CHRISTIAN "PROOF TEXTS" and why the Christian Old Testament is NOT the Tanakh.
So don't quote the Christian Old Testament to so called 'refute' Judaism, or in a discussion with a Jew.
While traveling through a forest, a person noticed a circle marked on a tree with an arrow shot perfectly into the center. A few yards away he noticed several more targets, each with arrows in the center. Later, he met the talented archer and he asked him, "How did you become such an expert that you always get your arrows into the center of the bull's-eye?" "It's not difficult," responded the archer, "First I shoot the arrow and then I draw the circle."
When examining Christian "proof texts" that claim to point to Jesus as the promised Messiah, we should always ask the following question. "Has an arrow been shot into a circle or has a circle been drawn around an arrow?" In other words, has the passage been mistranslated, misquoted, taken out of context or fabricated?
Here are examples of several ways that missionaries "draw a circle around the arrow" to prove their point.
THE VERSE HAS BEEN FABRICATED AND DOES NOT EXIST IN the HEBREW SCRIPTURES
The easiest prophecy to fulfill is one you yourself have invented. The New Testament certainly bears witness to this principle, fabricating a number of "prophecies" out of thin air and attributing them to our Hebrew Scriptures.
The New Testament book of Matthew claims that Jesus was the Messiah since he lived in the city of Nazareth. The New Testament utilizes the following "proof text" to make its point: "He [Jesus] came and resided in a city called Nazareth, that what was spoken through the prophets might be fulfilled.
"He shall be called a Nazarene.
'" (Matthew 2:23) Since a Nazarene is a resident of the city of Nazareth and this city did not exist during the time period of the Jewish Bible, it is impossible to find this quotation in the Hebrew Scriptures. It was fabricated out of thin air.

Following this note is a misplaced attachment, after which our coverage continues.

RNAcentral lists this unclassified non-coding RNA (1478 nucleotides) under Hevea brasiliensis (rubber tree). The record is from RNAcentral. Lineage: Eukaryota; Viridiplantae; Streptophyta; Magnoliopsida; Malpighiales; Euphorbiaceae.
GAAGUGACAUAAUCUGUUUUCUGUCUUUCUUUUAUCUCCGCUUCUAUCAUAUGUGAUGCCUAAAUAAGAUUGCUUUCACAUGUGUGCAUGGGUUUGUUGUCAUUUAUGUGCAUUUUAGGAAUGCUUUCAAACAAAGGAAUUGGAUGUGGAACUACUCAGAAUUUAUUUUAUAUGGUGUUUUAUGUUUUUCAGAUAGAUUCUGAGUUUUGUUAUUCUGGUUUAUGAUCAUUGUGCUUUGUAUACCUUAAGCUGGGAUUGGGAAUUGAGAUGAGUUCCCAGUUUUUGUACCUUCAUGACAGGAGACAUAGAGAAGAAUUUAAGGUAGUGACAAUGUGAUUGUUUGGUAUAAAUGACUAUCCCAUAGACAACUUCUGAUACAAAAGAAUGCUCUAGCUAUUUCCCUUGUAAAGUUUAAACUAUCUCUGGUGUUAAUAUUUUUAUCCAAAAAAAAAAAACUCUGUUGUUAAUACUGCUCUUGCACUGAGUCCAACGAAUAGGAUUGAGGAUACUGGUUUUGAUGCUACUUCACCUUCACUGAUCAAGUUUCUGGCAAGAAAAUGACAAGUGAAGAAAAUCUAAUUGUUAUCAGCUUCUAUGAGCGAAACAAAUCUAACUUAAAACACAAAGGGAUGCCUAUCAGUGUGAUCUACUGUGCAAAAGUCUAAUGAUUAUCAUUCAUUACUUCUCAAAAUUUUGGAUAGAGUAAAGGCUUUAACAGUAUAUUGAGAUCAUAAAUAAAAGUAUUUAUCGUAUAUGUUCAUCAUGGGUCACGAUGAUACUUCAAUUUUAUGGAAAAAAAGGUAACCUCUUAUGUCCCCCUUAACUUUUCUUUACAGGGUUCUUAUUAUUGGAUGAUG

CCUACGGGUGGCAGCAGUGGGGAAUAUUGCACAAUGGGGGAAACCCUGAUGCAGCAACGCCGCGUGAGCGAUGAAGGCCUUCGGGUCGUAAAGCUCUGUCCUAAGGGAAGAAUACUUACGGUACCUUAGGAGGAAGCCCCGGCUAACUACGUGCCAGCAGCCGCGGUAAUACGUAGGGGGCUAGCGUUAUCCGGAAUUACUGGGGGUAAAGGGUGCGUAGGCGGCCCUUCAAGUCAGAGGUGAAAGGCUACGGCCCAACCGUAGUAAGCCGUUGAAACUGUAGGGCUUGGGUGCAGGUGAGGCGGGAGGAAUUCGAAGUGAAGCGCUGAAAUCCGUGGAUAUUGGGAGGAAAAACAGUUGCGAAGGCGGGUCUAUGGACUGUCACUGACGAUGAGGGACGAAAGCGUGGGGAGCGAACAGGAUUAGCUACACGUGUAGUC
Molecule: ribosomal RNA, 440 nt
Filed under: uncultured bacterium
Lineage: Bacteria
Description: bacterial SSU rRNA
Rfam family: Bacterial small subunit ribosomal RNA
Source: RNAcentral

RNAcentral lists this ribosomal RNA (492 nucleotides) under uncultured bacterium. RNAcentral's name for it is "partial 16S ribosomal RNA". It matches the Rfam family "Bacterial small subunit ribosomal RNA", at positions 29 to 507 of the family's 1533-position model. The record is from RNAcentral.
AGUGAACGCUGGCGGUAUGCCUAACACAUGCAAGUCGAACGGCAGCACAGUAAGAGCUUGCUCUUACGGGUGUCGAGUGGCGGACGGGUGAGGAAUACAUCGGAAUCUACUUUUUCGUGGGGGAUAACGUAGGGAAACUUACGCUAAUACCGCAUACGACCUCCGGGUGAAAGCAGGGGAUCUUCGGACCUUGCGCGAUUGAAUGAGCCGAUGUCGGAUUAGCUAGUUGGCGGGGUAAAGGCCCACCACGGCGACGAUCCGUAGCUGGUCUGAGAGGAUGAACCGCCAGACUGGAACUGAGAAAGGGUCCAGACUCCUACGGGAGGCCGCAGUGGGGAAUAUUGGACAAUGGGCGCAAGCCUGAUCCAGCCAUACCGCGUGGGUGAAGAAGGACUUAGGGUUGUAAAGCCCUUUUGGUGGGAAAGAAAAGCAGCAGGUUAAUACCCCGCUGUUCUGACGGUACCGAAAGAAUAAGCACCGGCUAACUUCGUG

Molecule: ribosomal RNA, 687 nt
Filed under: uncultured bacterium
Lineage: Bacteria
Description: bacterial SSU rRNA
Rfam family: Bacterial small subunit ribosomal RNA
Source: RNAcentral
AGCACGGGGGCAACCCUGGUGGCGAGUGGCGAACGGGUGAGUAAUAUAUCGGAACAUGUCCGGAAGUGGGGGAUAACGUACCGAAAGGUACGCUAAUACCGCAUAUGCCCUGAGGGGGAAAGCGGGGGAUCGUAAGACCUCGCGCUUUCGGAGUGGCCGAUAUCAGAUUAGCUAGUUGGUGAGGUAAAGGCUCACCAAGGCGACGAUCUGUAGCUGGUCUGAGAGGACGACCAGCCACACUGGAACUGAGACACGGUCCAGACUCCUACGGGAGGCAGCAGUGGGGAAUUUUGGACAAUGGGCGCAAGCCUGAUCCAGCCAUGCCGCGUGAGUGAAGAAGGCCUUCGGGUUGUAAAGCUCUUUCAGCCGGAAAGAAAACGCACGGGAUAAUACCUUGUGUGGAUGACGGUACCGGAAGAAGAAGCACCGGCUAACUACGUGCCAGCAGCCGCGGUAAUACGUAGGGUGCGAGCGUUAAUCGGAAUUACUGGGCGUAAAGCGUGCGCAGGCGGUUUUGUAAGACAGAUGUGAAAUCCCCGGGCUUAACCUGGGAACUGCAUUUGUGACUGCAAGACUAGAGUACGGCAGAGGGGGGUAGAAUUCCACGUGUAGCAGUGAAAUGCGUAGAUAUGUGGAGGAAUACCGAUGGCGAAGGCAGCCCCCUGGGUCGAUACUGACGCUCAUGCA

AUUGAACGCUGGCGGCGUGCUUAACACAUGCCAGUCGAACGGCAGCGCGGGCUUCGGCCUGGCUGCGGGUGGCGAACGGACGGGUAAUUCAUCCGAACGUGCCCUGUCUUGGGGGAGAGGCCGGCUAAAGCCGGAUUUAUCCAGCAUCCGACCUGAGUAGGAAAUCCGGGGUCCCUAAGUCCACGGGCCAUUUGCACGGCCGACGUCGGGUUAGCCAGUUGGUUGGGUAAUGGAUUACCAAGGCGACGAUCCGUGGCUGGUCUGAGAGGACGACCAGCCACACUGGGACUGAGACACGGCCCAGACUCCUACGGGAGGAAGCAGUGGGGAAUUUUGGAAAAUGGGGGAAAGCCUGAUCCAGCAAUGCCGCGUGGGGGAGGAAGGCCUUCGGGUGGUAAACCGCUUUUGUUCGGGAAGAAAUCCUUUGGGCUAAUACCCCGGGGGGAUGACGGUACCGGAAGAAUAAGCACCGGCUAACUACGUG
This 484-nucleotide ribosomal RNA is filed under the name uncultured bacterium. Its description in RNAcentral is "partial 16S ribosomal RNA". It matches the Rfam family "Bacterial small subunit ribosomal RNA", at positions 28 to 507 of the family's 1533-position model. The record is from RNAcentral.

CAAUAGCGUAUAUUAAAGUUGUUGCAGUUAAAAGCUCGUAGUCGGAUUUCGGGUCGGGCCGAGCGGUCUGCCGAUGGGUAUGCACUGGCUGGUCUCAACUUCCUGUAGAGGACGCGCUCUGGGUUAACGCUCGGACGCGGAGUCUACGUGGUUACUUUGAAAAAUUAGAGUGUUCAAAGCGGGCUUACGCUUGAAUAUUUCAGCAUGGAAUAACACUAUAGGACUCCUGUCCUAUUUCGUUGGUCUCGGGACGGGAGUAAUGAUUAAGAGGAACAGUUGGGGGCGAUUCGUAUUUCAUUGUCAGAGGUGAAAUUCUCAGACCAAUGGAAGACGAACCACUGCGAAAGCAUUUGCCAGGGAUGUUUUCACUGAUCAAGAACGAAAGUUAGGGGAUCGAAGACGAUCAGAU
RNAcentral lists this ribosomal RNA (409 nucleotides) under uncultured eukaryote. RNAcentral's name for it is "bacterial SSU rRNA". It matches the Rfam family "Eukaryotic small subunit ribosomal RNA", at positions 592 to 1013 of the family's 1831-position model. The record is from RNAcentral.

THE VERSE IS MISTRANSLATED
An effective missionary will work with crude English retranslations of earlier Greek mistranslations, and will avoid looking at the original Hebrew.
In Romans 11:26, the Christian Bible quotes Isaiah 59:20 as saying, "The deliverer will come from Zion, he will remove ungodliness from Jacob
," thus attempting to establish scriptural support for the Christian belief that the Messiah will take away our sins. How-ever, a careful examination of the Hebrew original reveals a powerful dilemma. Isaiah 59:20 actually says the opposite: "A redeemer will come to Zion and to those who turn from transgression in Jacob, declares the Lord
." The Messiah's role is not to take away our sins; rather, when we turn away from our sins, the Messiah will then come! It is also noteworthy that many New Testaments translate this verse correctly in Isaiah and incorrectly in Romans.
THE PASSAGE IS MISTRANSLATED AND READ OUT OF CONTEXT
In an attempt to prove the concept of the "virgin birth," the book of Matthew 1:22-23 states: "Now all this was done, that it might be fulfilled which was spoken of the Lord by the prophet, saying, "Behold a virgin shall be with child and will bear a son and they shall call his name Emmanuel,' which translated means, G-d with us
." Missionaries claim that this is the fulfillment of a prophecy recorded in Isaiah 7:14, that actually reads: "Behold, the young woman is with child and will bear a son and she will call his name Emmanuel
There are numerous inaccuracies in the Christian translation. For example:
1) The Hebrew word, "almah -
," means a young woman
, not a virgin
, a fact recognized by biblical scholars1
2) The verse says "ha'almah--
," "the young woman
," not a
young woman, specifying a particular woman that was known to Isaiah during his lifetime; and